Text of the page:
Skip to main content

Bidding farewell to outdated cybersecurity practices

(Image credit: Image source: Shutterstock/deepadesigns)

The three pillars of cyber security protection which are identity, privilege and asset management – won’t ever lose importance. They have remained inalterable for the past few decades. However, other IT security suggestions have not been as deep seated, and have instead evolved to reflect changes in the threat landscape, the onset of new technology tools, or updated insights based on better data.

But not everything new is shiny and not everything old is broken. So, which recent security policies should you and your employees give up? And how do you get a workforce to unlearn habits which they may have just spent time learning?

Downloading software from application stores

Most commercial applications are only accessible directly from the manufacturer, but modern applications, such as Microsoft Office, are usually available direct from the Application Stores for Windows and MacOS.

While downloading applications right from the source indeed has its benefits, such as a slightly heightened reassurance that the software has not been altered, installing them from an application store has its pros too; compatibility issues will have been addressed, as well as updates being available automatically, making this option more appealing.

For example, if an organisation downloads Microsoft Office 365 from the MacOS store, they can feel confident that an update will deliver both security and feature updates. Additional screening provides the peace of mind that the software has not been altered and changed, which makes authorised app stores more viable an option for software delivery.

Frequently changing passwords is not all that secure

Did you know that the US National Institute of Standards and Technology actually advises against changing personal passwords frequently? Instead, the suggestion is to change a password only in the event of a known theft or compromise. It turns out that imposing password changes on people for their personal accounts is actually counterproductive, as people tend to just choose memorable passwords, and repeat the same ones across accounts. In the event that they do try to use unique passwords, they often forget them given the frequency of change, and get locked out of their accounts.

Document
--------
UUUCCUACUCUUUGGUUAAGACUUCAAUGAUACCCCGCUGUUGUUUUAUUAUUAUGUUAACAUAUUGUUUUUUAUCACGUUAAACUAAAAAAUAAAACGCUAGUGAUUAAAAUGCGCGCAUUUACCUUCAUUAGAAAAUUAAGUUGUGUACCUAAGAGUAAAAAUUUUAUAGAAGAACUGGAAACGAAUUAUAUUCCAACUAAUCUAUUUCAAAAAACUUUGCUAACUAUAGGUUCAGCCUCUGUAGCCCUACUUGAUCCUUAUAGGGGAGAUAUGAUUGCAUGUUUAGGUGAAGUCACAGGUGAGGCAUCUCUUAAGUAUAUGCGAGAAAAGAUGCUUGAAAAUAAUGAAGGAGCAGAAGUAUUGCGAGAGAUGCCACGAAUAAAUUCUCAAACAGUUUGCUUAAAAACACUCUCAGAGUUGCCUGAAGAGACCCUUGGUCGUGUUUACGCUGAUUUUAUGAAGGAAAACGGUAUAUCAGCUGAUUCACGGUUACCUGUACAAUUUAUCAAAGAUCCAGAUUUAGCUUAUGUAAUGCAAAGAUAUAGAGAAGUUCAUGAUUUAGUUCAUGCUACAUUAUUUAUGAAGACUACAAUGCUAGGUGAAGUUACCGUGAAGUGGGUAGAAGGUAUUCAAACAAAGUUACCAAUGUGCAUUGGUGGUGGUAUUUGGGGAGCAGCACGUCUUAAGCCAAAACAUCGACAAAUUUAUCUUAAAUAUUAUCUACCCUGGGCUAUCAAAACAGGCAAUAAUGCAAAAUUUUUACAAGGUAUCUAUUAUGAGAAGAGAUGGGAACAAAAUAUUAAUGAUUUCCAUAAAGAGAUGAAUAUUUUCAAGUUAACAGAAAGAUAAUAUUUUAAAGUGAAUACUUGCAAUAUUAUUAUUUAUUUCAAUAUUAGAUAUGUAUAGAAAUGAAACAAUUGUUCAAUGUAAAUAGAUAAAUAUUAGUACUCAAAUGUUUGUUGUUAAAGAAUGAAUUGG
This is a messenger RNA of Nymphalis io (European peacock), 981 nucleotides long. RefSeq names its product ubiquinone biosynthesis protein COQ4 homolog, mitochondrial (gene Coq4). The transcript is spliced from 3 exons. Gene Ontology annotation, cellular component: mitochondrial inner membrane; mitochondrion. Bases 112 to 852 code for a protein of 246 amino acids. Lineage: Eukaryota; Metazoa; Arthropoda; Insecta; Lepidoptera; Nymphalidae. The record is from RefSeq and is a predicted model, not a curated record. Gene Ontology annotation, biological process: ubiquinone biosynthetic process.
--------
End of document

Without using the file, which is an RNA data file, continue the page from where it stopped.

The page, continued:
So, frequently changing passwords does help mitigate password re-use attacks, but the way that humans practice it, has an undermining effect to overall security. However, for privileged accounts, shared accounts, and application and service accounts, the same rule does not apply. It’s important to emphasise that privileged credentials should be rotated after every use, especially for the most sensitive accounts in the organisation. Even in smaller businesses, this can best be achieved with a commercial privileged password management solution, which can scale security workflows and automate password security. 

Reversing what has been learnt at a corporate training session

Unless employees are part of the IT security department of an organisation, it is unlikely that they will be aware of the implications of new technologies, such as the widening attack landscape and evolving cyberthreats. Because of this, it is not a surprise that 64 per cent of organisations believe they have either definitely or possibly had a breach due to employee access.  As such, it is common for organisations to run cybersecurity training for their workforce, or send out emails that warn employees about the latest phishing exploits. Sometimes, just from missing a session however, employees might retain outdated information for years, and once something is learned, it is hard to unlearn. How can employers encourage their staff to learn new best practices?

A good strategy when training employees, is clearly outlining the changes that have been made to existing policies and which old practices should be replaced with new security best practices. Teaching people something that contradicts what they knew before has the potential to breed confusion and frustration. If employees are also aware of why a change has happened, this aids in the likelihood that they will remember to enforce the new rule. 

For example, the recommendation for phishing attacks has always been to not click on an embedded link in an email, but there are many applications that do embed links that cannot be accessed directly. Despite this, standard security training will educate employees to always inspect the URL for HTTPS and domain names. As training material is updated, it is important to note that when exceptions do arise, they can be remediated, otherwise you will leave employees wondering “which best practice should I follow, and which is now obsolete?”.

Ultimately, implementing the use of outdated security practices often causes more harm than good to an organisation. By breaking up with obsolete behaviours however – such as downloading straight from the vendor, frequently changing passwords and presenting everything that is taught at a training session as final – organisations can then replace them with up to date security practices. Only this way can the network be best secured and protected from looming cyberthreats and the cybercriminals behind them.

Brian Chappell, Senior Product Manager, BeyondTrust